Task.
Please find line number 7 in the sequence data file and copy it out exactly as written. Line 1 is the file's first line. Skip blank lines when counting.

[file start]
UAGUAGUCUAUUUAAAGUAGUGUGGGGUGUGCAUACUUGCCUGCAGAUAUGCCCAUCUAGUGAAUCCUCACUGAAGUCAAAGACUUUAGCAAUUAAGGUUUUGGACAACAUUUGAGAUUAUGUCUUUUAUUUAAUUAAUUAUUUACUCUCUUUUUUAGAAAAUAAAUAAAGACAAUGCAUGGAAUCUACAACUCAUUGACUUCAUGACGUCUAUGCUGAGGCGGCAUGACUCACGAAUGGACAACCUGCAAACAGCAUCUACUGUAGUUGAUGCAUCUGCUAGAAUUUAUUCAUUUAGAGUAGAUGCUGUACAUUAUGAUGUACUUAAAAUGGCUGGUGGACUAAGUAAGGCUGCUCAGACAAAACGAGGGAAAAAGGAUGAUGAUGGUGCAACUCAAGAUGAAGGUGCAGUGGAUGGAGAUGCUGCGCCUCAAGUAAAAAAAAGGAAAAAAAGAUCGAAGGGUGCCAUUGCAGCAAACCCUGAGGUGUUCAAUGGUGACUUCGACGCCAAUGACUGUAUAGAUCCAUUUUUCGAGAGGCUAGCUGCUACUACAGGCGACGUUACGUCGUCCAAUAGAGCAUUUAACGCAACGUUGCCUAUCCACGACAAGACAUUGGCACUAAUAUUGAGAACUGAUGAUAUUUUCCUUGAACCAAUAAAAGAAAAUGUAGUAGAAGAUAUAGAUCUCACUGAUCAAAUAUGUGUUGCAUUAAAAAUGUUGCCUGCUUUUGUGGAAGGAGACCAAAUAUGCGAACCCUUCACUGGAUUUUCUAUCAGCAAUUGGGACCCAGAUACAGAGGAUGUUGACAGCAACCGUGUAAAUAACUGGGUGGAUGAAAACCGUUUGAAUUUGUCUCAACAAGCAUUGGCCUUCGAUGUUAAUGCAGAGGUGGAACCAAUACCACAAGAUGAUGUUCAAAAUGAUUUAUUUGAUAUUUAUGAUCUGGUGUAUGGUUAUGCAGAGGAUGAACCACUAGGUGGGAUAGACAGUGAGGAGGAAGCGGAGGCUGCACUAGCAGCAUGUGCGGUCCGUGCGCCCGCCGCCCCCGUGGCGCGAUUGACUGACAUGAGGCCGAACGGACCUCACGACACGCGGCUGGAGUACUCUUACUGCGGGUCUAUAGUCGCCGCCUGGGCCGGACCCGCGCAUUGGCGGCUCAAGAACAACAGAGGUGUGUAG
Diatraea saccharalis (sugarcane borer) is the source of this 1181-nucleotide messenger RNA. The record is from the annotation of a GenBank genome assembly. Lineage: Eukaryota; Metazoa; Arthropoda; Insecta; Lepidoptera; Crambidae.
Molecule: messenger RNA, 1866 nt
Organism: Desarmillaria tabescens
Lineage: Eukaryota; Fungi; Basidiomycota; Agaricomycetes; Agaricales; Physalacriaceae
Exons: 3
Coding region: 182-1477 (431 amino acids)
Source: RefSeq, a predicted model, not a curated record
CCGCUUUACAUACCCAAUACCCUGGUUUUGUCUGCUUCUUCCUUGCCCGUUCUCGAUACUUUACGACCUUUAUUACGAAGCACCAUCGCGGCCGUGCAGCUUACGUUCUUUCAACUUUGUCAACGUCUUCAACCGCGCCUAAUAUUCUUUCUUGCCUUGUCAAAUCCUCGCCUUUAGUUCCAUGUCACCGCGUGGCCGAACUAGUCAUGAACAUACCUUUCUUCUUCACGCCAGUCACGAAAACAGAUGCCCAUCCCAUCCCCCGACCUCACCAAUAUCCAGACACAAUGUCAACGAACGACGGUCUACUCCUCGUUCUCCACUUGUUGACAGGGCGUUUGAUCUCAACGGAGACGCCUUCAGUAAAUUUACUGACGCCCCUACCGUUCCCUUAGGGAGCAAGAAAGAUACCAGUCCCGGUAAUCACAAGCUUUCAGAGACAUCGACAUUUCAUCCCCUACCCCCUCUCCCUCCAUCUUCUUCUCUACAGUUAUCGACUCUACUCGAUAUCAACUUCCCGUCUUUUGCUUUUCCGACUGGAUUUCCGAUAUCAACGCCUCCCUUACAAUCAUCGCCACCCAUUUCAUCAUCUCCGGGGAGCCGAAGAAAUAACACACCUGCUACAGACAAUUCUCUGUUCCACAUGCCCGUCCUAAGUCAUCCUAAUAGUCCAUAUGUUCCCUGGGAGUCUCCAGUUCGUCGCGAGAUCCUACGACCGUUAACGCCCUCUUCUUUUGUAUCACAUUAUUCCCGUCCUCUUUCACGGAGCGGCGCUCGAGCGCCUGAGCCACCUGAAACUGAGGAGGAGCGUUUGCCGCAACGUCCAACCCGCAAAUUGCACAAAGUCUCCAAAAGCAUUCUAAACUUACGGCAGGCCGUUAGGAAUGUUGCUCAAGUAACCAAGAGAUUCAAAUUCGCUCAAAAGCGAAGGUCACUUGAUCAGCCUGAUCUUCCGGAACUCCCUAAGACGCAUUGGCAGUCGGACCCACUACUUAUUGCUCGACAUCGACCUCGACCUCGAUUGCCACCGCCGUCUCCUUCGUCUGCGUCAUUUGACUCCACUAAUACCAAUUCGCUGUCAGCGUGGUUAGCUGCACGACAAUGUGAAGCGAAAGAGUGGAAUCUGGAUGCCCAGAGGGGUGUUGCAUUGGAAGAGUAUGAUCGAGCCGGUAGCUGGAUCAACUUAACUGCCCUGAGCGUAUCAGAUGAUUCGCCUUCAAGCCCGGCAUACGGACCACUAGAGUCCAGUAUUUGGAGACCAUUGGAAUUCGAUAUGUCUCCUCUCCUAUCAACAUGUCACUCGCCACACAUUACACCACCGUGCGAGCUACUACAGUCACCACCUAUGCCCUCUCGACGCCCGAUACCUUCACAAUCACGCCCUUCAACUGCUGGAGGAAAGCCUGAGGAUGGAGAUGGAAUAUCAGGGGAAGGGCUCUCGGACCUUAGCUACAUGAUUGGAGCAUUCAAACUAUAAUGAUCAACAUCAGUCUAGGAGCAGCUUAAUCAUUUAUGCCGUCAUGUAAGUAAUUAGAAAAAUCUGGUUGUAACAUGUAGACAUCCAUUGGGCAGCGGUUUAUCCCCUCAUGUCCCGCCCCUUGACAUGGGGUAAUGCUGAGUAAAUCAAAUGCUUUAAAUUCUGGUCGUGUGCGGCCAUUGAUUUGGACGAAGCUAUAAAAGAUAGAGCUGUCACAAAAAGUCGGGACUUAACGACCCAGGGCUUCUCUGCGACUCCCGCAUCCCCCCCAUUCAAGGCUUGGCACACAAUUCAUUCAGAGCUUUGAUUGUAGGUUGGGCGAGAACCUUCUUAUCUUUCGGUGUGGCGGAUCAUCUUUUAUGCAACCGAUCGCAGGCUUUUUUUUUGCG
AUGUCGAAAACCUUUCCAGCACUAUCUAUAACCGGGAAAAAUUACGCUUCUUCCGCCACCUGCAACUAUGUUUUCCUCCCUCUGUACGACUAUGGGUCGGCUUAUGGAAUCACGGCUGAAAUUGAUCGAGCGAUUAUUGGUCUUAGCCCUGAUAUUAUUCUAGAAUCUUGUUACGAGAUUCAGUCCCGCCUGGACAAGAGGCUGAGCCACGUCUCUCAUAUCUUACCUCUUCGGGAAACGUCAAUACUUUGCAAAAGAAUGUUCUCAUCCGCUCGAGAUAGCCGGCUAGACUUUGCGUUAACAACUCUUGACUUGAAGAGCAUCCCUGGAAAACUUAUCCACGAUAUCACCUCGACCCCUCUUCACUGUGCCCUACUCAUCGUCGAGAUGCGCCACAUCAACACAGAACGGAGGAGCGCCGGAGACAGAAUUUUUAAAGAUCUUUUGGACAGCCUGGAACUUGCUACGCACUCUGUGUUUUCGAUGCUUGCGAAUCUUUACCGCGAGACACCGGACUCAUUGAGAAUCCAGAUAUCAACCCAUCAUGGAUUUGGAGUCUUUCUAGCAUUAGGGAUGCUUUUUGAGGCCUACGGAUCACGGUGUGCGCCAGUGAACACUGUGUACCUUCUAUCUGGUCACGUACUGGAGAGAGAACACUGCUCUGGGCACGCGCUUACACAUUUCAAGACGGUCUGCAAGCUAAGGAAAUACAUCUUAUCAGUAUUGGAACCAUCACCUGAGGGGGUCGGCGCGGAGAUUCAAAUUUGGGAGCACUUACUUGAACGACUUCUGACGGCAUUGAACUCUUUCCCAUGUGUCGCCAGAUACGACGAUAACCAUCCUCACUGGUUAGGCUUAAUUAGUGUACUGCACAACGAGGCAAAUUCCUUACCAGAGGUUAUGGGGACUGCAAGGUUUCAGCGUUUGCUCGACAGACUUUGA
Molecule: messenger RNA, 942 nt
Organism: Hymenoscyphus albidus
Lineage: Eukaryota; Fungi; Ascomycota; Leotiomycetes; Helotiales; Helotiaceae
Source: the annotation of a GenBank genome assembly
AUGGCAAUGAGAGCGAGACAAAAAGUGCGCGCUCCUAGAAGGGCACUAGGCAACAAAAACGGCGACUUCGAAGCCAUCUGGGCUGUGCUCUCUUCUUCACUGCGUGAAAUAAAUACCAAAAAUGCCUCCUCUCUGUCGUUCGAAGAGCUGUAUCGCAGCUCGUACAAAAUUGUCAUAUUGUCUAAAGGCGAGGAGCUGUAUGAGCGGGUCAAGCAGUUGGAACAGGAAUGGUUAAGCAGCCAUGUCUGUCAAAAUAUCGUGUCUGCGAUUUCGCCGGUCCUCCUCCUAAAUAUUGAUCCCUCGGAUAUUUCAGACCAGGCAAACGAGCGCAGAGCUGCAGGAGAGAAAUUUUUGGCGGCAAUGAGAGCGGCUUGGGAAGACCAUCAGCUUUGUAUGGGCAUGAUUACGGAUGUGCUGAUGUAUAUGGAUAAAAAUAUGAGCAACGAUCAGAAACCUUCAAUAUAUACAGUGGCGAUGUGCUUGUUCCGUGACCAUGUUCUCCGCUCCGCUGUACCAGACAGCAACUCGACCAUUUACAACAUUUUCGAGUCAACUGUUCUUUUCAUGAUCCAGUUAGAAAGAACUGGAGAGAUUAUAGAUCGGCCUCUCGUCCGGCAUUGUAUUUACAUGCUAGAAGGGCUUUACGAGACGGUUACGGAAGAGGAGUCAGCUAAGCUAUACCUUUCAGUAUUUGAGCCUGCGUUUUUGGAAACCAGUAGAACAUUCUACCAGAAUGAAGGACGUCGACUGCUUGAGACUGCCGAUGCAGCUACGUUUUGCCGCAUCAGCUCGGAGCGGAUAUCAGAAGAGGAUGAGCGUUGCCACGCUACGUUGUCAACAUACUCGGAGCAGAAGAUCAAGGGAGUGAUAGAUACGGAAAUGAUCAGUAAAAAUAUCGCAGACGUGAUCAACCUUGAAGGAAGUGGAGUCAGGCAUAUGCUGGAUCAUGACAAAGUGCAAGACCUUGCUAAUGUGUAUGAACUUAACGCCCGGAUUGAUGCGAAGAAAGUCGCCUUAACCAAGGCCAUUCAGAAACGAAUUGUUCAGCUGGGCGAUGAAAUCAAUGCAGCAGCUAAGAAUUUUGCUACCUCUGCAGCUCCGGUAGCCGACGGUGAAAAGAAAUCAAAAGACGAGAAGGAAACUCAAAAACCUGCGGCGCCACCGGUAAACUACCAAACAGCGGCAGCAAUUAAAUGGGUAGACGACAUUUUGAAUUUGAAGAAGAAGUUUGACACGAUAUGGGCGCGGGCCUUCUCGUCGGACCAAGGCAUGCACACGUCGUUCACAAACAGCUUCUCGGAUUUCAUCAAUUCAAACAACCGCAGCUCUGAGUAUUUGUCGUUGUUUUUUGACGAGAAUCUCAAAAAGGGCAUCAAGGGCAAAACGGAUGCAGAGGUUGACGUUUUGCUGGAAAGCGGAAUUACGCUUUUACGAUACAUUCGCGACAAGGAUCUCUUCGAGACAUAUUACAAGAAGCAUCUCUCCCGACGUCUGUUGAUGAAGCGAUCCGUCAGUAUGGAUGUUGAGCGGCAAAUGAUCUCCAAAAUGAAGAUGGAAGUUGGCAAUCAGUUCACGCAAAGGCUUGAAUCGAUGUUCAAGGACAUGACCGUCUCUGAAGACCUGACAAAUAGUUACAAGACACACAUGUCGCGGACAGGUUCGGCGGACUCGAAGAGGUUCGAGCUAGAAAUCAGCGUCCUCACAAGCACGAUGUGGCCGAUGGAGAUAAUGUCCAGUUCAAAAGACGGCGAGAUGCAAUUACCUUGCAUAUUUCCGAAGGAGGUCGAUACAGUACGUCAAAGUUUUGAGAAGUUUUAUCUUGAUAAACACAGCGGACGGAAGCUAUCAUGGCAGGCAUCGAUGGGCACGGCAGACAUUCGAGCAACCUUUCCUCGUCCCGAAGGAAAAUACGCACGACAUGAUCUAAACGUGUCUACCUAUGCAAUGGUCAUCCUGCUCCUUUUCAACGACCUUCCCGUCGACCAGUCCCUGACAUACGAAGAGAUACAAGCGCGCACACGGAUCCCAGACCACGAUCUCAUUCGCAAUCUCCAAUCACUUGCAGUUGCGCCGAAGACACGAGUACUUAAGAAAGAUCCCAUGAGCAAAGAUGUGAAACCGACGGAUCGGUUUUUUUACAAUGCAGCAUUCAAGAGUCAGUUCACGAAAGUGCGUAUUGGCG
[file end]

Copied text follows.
Coding region: 182-1477 (431 amino acids)